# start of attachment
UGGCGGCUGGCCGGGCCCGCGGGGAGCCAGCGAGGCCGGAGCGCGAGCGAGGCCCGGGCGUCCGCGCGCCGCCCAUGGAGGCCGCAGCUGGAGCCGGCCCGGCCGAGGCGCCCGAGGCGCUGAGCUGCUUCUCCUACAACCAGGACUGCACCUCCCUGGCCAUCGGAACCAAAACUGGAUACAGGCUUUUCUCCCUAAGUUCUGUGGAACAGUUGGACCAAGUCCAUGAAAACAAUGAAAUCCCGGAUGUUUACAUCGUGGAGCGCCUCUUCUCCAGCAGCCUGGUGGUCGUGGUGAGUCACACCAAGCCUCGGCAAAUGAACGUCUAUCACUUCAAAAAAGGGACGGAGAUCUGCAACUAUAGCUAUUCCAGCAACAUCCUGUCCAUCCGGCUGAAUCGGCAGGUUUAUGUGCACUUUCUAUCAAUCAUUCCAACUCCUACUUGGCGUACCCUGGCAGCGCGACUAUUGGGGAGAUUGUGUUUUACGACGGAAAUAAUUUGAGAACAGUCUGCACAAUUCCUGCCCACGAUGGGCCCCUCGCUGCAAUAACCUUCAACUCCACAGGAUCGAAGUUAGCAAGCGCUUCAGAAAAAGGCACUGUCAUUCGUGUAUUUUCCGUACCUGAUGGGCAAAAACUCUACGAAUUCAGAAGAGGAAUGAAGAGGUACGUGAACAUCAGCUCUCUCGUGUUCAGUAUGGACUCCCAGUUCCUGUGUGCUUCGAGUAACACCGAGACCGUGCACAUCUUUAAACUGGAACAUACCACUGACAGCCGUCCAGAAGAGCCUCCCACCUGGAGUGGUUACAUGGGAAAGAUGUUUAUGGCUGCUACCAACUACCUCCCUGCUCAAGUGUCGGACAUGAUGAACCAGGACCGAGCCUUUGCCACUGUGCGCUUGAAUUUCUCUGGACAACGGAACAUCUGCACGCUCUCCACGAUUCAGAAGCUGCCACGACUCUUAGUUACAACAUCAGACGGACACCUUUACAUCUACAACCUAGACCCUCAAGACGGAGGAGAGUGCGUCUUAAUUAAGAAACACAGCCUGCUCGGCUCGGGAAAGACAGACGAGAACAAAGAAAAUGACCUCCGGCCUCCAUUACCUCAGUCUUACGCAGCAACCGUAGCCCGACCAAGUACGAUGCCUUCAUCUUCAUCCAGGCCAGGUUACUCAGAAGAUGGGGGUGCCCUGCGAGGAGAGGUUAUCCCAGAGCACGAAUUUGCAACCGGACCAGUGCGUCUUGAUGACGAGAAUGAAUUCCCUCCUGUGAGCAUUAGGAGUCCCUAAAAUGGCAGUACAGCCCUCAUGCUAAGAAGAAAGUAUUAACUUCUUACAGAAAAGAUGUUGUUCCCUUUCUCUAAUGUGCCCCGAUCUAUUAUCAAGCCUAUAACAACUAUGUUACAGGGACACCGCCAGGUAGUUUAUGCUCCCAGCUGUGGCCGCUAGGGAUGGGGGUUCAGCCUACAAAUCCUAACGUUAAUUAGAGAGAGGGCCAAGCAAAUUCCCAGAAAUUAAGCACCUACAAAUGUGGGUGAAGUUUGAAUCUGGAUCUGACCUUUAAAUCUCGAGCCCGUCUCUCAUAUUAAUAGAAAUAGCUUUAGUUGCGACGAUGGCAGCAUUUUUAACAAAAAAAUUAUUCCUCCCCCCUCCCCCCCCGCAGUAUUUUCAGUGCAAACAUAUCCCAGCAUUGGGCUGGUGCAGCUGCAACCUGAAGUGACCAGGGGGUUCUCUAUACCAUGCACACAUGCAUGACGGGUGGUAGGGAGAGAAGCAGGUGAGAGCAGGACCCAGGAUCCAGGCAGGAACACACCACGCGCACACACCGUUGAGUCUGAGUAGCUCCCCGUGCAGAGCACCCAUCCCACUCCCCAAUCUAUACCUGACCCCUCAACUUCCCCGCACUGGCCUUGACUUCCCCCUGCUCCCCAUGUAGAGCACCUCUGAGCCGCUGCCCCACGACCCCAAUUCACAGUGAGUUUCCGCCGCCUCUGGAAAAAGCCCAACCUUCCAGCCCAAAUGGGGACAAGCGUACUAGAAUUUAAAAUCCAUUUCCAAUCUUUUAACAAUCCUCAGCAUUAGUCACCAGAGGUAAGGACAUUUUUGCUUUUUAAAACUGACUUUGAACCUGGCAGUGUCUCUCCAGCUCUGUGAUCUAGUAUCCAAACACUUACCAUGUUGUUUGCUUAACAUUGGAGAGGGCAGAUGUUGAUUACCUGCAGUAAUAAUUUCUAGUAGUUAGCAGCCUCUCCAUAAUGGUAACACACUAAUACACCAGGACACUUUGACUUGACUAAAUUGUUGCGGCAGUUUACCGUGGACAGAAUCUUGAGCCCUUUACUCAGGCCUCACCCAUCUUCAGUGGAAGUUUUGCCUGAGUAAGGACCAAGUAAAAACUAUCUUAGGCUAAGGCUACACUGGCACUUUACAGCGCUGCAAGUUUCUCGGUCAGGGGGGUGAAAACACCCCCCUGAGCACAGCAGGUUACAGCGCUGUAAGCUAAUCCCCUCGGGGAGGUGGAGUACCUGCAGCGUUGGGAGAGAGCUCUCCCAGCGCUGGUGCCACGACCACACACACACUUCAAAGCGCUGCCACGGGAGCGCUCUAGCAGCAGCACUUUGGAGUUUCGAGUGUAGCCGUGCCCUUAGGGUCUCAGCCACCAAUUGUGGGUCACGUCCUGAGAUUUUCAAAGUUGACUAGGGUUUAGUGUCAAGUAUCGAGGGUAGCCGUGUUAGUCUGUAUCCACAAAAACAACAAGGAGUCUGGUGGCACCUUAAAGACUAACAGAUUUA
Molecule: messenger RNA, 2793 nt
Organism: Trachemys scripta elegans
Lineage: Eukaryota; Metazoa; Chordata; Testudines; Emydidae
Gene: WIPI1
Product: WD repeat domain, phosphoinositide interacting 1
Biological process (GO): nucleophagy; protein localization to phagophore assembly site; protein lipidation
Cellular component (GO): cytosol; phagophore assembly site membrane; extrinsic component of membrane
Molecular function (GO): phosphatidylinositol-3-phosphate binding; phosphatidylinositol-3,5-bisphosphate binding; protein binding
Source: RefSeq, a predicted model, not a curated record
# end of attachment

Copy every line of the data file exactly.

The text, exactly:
UGGCGGCUGGCCGGGCCCGCGGGGAGCCAGCGAGGCCGGAGCGCGAGCGAGGCCCGGGCGUCCGCGCGCCGCCCAUGGAGGCCGCAGCUGGAGCCGGCCCGGCCGAGGCGCCCGAGGCGCUGAGCUGCUUCUCCUACAACCAGGACUGCACCUCCCUGGCCAUCGGAACCAAAACUGGAUACAGGCUUUUCUCCCUAAGUUCUGUGGAACAGUUGGACCAAGUCCAUGAAAACAAUGAAAUCCCGGAUGUUUACAUCGUGGAGCGCCUCUUCUCCAGCAGCCUGGUGGUCGUGGUGAGUCACACCAAGCCUCGGCAAAUGAACGUCUAUCACUUCAAAAAAGGGACGGAGAUCUGCAACUAUAGCUAUUCCAGCAACAUCCUGUCCAUCCGGCUGAAUCGGCAGGUUUAUGUGCACUUUCUAUCAAUCAUUCCAACUCCUACUUGGCGUACCCUGGCAGCGCGACUAUUGGGGAGAUUGUGUUUUACGACGGAAAUAAUUUGAGAACAGUCUGCACAAUUCCUGCCCACGAUGGGCCCCUCGCUGCAAUAACCUUCAACUCCACAGGAUCGAAGUUAGCAAGCGCUUCAGAAAAAGGCACUGUCAUUCGUGUAUUUUCCGUACCUGAUGGGCAAAAACUCUACGAAUUCAGAAGAGGAAUGAAGAGGUACGUGAACAUCAGCUCUCUCGUGUUCAGUAUGGACUCCCAGUUCCUGUGUGCUUCGAGUAACACCGAGACCGUGCACAUCUUUAAACUGGAACAUACCACUGACAGCCGUCCAGAAGAGCCUCCCACCUGGAGUGGUUACAUGGGAAAGAUGUUUAUGGCUGCUACCAACUACCUCCCUGCUCAAGUGUCGGACAUGAUGAACCAGGACCGAGCCUUUGCCACUGUGCGCUUGAAUUUCUCUGGACAACGGAACAUCUGCACGCUCUCCACGAUUCAGAAGCUGCCACGACUCUUAGUUACAACAUCAGACGGACACCUUUACAUCUACAACCUAGACCCUCAAGACGGAGGAGAGUGCGUCUUAAUUAAGAAACACAGCCUGCUCGGCUCGGGAAAGACAGACGAGAACAAAGAAAAUGACCUCCGGCCUCCAUUACCUCAGUCUUACGCAGCAACCGUAGCCCGACCAAGUACGAUGCCUUCAUCUUCAUCCAGGCCAGGUUACUCAGAAGAUGGGGGUGCCCUGCGAGGAGAGGUUAUCCCAGAGCACGAAUUUGCAACCGGACCAGUGCGUCUUGAUGACGAGAAUGAAUUCCCUCCUGUGAGCAUUAGGAGUCCCUAAAAUGGCAGUACAGCCCUCAUGCUAAGAAGAAAGUAUUAACUUCUUACAGAAAAGAUGUUGUUCCCUUUCUCUAAUGUGCCCCGAUCUAUUAUCAAGCCUAUAACAACUAUGUUACAGGGACACCGCCAGGUAGUUUAUGCUCCCAGCUGUGGCCGCUAGGGAUGGGGGUUCAGCCUACAAAUCCUAACGUUAAUUAGAGAGAGGGCCAAGCAAAUUCCCAGAAAUUAAGCACCUACAAAUGUGGGUGAAGUUUGAAUCUGGAUCUGACCUUUAAAUCUCGAGCCCGUCUCUCAUAUUAAUAGAAAUAGCUUUAGUUGCGACGAUGGCAGCAUUUUUAACAAAAAAAUUAUUCCUCCCCCCUCCCCCCCCGCAGUAUUUUCAGUGCAAACAUAUCCCAGCAUUGGGCUGGUGCAGCUGCAACCUGAAGUGACCAGGGGGUUCUCUAUACCAUGCACACAUGCAUGACGGGUGGUAGGGAGAGAAGCAGGUGAGAGCAGGACCCAGGAUCCAGGCAGGAACACACCACGCGCACACACCGUUGAGUCUGAGUAGCUCCCCGUGCAGAGCACCCAUCCCACUCCCCAAUCUAUACCUGACCCCUCAACUUCCCCGCACUGGCCUUGACUUCCCCCUGCUCCCCAUGUAGAGCACCUCUGAGCCGCUGCCCCACGACCCCAAUUCACAGUGAGUUUCCGCCGCCUCUGGAAAAAGCCCAACCUUCCAGCCCAAAUGGGGACAAGCGUACUAGAAUUUAAAAUCCAUUUCCAAUCUUUUAACAAUCCUCAGCAUUAGUCACCAGAGGUAAGGACAUUUUUGCUUUUUAAAACUGACUUUGAACCUGGCAGUGUCUCUCCAGCUCUGUGAUCUAGUAUCCAAACACUUACCAUGUUGUUUGCUUAACAUUGGAGAGGGCAGAUGUUGAUUACCUGCAGUAAUAAUUUCUAGUAGUUAGCAGCCUCUCCAUAAUGGUAACACACUAAUACACCAGGACACUUUGACUUGACUAAAUUGUUGCGGCAGUUUACCGUGGACAGAAUCUUGAGCCCUUUACUCAGGCCUCACCCAUCUUCAGUGGAAGUUUUGCCUGAGUAAGGACCAAGUAAAAACUAUCUUAGGCUAAGGCUACACUGGCACUUUACAGCGCUGCAAGUUUCUCGGUCAGGGGGGUGAAAACACCCCCCUGAGCACAGCAGGUUACAGCGCUGUAAGCUAAUCCCCUCGGGGAGGUGGAGUACCUGCAGCGUUGGGAGAGAGCUCUCCCAGCGCUGGUGCCACGACCACACACACACUUCAAAGCGCUGCCACGGGAGCGCUCUAGCAGCAGCACUUUGGAGUUUCGAGUGUAGCCGUGCCCUUAGGGUCUCAGCCACCAAUUGUGGGUCACGUCCUGAGAUUUUCAAAGUUGACUAGGGUUUAGUGUCAAGUAUCGAGGGUAGCCGUGUUAGUCUGUAUCCACAAAAACAACAAGGAGUCUGGUGGCACCUUAAAGACUAACAGAUUUA
Molecule: messenger RNA, 2793 nt
Organism: Trachemys scripta elegans
Lineage: Eukaryota; Metazoa; Chordata; Testudines; Emydidae
Gene: WIPI1
Product: WD repeat domain, phosphoinositide interacting 1
Biological process (GO): nucleophagy; protein localization to phagophore assembly site; protein lipidation
Cellular component (GO): cytosol; phagophore assembly site membrane; extrinsic component of membrane
Molecular function (GO): phosphatidylinositol-3-phosphate binding; phosphatidylinositol-3,5-bisphosphate binding; protein binding
Source: RefSeq, a predicted model, not a curated record